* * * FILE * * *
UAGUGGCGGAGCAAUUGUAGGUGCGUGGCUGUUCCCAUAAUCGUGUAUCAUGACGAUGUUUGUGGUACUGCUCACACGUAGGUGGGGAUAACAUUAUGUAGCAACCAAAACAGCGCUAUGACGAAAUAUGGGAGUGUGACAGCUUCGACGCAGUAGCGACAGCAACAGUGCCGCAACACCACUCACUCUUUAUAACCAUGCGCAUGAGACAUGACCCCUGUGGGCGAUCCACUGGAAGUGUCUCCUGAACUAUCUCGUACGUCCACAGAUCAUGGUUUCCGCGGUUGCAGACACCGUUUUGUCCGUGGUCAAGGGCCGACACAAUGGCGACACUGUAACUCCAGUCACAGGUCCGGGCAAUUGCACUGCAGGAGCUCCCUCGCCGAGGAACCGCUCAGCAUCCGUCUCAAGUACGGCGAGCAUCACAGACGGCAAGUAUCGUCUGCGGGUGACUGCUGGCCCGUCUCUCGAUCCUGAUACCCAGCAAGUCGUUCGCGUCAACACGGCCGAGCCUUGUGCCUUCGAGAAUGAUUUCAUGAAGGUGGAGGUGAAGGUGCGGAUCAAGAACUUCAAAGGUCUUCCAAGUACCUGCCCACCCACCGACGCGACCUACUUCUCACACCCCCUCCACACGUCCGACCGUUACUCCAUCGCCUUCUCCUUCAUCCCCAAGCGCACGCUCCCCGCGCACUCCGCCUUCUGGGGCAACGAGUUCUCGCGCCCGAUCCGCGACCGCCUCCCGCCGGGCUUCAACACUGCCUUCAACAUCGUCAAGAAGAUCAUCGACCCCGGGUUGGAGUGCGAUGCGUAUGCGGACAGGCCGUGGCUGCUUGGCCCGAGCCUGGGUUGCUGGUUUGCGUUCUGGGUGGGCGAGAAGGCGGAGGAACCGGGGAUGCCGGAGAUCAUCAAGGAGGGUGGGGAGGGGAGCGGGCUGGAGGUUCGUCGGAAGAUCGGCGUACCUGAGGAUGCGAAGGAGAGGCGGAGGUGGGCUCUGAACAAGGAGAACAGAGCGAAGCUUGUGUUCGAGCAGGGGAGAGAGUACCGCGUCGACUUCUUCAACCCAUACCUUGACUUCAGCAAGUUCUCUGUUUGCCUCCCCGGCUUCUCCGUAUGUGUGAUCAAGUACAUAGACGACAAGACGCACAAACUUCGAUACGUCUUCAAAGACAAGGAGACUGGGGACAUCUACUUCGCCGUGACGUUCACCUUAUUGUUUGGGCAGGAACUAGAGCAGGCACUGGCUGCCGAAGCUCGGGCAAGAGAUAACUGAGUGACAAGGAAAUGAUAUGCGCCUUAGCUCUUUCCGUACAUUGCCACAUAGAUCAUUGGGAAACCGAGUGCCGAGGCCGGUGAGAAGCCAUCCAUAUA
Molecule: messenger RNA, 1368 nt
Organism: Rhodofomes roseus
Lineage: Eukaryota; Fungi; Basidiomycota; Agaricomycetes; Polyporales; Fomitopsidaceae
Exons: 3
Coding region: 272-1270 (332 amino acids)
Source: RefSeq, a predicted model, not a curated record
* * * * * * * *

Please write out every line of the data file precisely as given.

UAGUGGCGGAGCAAUUGUAGGUGCGUGGCUGUUCCCAUAAUCGUGUAUCAUGACGAUGUUUGUGGUACUGCUCACACGUAGGUGGGGAUAACAUUAUGUAGCAACCAAAACAGCGCUAUGACGAAAUAUGGGAGUGUGACAGCUUCGACGCAGUAGCGACAGCAACAGUGCCGCAACACCACUCACUCUUUAUAACCAUGCGCAUGAGACAUGACCCCUGUGGGCGAUCCACUGGAAGUGUCUCCUGAACUAUCUCGUACGUCCACAGAUCAUGGUUUCCGCGGUUGCAGACACCGUUUUGUCCGUGGUCAAGGGCCGACACAAUGGCGACACUGUAACUCCAGUCACAGGUCCGGGCAAUUGCACUGCAGGAGCUCCCUCGCCGAGGAACCGCUCAGCAUCCGUCUCAAGUACGGCGAGCAUCACAGACGGCAAGUAUCGUCUGCGGGUGACUGCUGGCCCGUCUCUCGAUCCUGAUACCCAGCAAGUCGUUCGCGUCAACACGGCCGAGCCUUGUGCCUUCGAGAAUGAUUUCAUGAAGGUGGAGGUGAAGGUGCGGAUCAAGAACUUCAAAGGUCUUCCAAGUACCUGCCCACCCACCGACGCGACCUACUUCUCACACCCCCUCCACACGUCCGACCGUUACUCCAUCGCCUUCUCCUUCAUCCCCAAGCGCACGCUCCCCGCGCACUCCGCCUUCUGGGGCAACGAGUUCUCGCGCCCGAUCCGCGACCGCCUCCCGCCGGGCUUCAACACUGCCUUCAACAUCGUCAAGAAGAUCAUCGACCCCGGGUUGGAGUGCGAUGCGUAUGCGGACAGGCCGUGGCUGCUUGGCCCGAGCCUGGGUUGCUGGUUUGCGUUCUGGGUGGGCGAGAAGGCGGAGGAACCGGGGAUGCCGGAGAUCAUCAAGGAGGGUGGGGAGGGGAGCGGGCUGGAGGUUCGUCGGAAGAUCGGCGUACCUGAGGAUGCGAAGGAGAGGCGGAGGUGGGCUCUGAACAAGGAGAACAGAGCGAAGCUUGUGUUCGAGCAGGGGAGAGAGUACCGCGUCGACUUCUUCAACCCAUACCUUGACUUCAGCAAGUUCUCUGUUUGCCUCCCCGGCUUCUCCGUAUGUGUGAUCAAGUACAUAGACGACAAGACGCACAAACUUCGAUACGUCUUCAAAGACAAGGAGACUGGGGACAUCUACUUCGCCGUGACGUUCACCUUAUUGUUUGGGCAGGAACUAGAGCAGGCACUGGCUGCCGAAGCUCGGGCAAGAGAUAACUGAGUGACAAGGAAAUGAUAUGCGCCUUAGCUCUUUCCGUACAUUGCCACAUAGAUCAUUGGGAAACCGAGUGCCGAGGCCGGUGAGAAGCCAUCCAUAUA
Molecule: messenger RNA, 1368 nt
Organism: Rhodofomes roseus
Lineage: Eukaryota; Fungi; Basidiomycota; Agaricomycetes; Polyporales; Fomitopsidaceae
Exons: 3
Coding region: 272-1270 (332 amino acids)
Source: RefSeq, a predicted model, not a curated record